With a sudden jolt I was brought back to reality with Bobby turned around on his horse yelling, “Ma, the guy said there’s a fork in the trail. My horse won’t move! What does it mean when his left ear is bent and he keeps looking at me? What’s he waiting for? What should I do?”

Do I dare?



  1. A lovely piece Mary and it immediately reminded me of one of my favorite poems; The Man From Snowy River. It's not well known, but a horse, a young man and a long lost dammed river are at the heart of Australian folklore. Your tale of Big Red, his ears twitching and ready for a challenge, plus his rider being up to the challenge is remarkably similar.

    Thank you for sharing your story.

  2. No, thank YOU Derek for reading it! I hoped for feedback from you to see if I had any talent to continue writing. I don't receive comments so I never know how my writing is received.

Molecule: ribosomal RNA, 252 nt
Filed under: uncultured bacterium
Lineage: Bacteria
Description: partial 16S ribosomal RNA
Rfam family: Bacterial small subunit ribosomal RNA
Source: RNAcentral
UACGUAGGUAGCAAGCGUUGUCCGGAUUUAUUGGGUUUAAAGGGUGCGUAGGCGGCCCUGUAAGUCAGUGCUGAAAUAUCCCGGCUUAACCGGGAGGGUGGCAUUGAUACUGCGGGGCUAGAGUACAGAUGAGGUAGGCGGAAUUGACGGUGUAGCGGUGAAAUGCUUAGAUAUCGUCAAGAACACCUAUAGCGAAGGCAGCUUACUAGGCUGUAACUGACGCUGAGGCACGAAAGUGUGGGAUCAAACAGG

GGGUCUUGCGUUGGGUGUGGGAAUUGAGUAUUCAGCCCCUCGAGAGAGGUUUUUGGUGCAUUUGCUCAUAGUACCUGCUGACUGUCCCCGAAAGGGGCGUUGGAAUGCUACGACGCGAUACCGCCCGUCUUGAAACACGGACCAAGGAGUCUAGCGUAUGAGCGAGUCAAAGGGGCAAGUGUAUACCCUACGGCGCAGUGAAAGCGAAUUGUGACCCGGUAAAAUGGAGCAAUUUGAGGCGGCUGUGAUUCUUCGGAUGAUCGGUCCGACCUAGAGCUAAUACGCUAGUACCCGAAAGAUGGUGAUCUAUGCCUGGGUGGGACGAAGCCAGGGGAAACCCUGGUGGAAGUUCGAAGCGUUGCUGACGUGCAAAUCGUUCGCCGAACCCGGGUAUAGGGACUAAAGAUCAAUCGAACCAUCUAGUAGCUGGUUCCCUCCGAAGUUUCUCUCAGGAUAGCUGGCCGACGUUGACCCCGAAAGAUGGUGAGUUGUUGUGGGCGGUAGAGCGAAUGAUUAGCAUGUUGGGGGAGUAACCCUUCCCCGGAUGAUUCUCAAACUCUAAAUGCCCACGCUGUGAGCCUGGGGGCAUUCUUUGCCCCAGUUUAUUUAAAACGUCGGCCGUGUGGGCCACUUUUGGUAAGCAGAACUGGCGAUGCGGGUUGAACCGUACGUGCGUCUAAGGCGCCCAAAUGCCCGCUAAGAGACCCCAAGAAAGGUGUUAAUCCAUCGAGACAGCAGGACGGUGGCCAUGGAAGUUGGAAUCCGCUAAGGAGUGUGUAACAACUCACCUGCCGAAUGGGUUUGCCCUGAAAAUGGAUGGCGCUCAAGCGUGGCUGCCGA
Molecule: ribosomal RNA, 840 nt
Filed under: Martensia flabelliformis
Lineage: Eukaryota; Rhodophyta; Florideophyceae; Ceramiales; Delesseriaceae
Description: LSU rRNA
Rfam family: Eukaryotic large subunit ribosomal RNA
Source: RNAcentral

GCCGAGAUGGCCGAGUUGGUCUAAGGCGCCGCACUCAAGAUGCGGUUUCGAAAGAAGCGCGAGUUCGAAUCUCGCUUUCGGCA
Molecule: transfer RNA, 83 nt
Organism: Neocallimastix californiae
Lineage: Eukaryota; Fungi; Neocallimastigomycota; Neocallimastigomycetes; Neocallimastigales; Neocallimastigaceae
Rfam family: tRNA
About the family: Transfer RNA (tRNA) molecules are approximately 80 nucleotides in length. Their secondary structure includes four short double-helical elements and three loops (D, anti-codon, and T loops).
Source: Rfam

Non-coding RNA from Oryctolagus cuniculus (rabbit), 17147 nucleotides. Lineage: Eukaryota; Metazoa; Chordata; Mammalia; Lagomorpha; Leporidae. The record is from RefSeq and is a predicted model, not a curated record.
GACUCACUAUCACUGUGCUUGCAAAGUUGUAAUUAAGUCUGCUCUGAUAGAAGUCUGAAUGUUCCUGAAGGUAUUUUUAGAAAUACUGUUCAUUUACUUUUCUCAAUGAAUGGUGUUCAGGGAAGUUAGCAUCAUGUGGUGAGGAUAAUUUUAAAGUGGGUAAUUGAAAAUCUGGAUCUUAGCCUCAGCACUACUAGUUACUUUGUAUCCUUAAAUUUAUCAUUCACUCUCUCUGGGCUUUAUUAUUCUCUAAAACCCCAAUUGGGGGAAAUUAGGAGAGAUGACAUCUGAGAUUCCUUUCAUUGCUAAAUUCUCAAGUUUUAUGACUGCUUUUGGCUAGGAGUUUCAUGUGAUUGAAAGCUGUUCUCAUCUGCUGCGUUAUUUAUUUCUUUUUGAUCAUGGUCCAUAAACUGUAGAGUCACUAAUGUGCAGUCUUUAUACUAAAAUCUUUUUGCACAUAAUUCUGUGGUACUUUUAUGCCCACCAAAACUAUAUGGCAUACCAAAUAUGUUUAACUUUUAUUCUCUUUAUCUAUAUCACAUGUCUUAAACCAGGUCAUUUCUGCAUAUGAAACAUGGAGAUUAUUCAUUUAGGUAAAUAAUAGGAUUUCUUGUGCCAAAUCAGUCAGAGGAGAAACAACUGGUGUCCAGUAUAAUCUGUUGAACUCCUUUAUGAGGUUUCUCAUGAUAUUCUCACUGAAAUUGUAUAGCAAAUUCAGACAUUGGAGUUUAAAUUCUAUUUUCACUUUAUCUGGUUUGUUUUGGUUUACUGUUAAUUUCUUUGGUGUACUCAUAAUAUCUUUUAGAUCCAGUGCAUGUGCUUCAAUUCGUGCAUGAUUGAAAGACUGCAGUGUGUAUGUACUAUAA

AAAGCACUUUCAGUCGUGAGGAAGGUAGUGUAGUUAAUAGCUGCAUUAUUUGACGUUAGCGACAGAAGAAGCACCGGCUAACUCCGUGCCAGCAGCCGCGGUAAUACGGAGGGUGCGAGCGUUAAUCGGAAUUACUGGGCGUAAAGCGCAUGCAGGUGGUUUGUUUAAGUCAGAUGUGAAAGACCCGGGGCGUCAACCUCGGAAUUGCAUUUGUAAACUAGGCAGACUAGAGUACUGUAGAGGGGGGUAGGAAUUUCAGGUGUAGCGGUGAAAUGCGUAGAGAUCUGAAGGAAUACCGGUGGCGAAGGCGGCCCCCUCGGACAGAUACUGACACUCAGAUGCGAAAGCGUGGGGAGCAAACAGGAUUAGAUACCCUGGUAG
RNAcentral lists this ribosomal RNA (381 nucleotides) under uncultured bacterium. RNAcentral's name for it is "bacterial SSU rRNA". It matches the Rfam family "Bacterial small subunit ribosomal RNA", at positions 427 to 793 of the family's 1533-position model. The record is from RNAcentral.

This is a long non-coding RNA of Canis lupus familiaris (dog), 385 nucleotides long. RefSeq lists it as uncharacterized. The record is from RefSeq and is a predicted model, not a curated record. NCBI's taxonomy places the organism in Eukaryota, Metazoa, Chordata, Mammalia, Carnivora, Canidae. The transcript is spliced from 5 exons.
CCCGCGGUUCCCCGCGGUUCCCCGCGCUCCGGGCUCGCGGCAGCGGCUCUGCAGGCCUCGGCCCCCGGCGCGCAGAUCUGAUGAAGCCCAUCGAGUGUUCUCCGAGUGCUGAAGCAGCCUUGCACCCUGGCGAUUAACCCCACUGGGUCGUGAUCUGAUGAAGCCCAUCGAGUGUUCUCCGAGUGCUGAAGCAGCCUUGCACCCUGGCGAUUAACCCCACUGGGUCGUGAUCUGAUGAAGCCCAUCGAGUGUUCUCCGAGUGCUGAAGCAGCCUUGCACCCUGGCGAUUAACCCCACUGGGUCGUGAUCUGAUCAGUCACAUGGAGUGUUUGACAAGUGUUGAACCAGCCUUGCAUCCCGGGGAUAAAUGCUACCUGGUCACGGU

I will post the other stories I have written (a while back) on Twitter, a different one each week in hope I receive comments, but if not, your reply is enough to give me confidence. My goal for 2012 is to improve my writing and write a well written short story. Once again, your reply was so much appreciated Derek. Thank you very much :)

  3. The very least i could do Mary. I look forward to reading more during 2012! And why stop at short stories? :)

  4. My thought is . . . if I can write a well written short story, then maybe I'll feel confident enough to write a book!
    Ideas for a good story or a book don't seem to be knocking at my door!

  5. I love when you share these stories. It gives me so much insight into you and your life outside of what I already know. You are so much more than the sum of the years we have known each other. For that, I am glad we are friends. Your answer is yes, yes you should keep writing.

  6. Thanks for your cool comments Janet :) I'm glad we are friends too! Thanks for the vote of confidence to keep writing. On that note . . .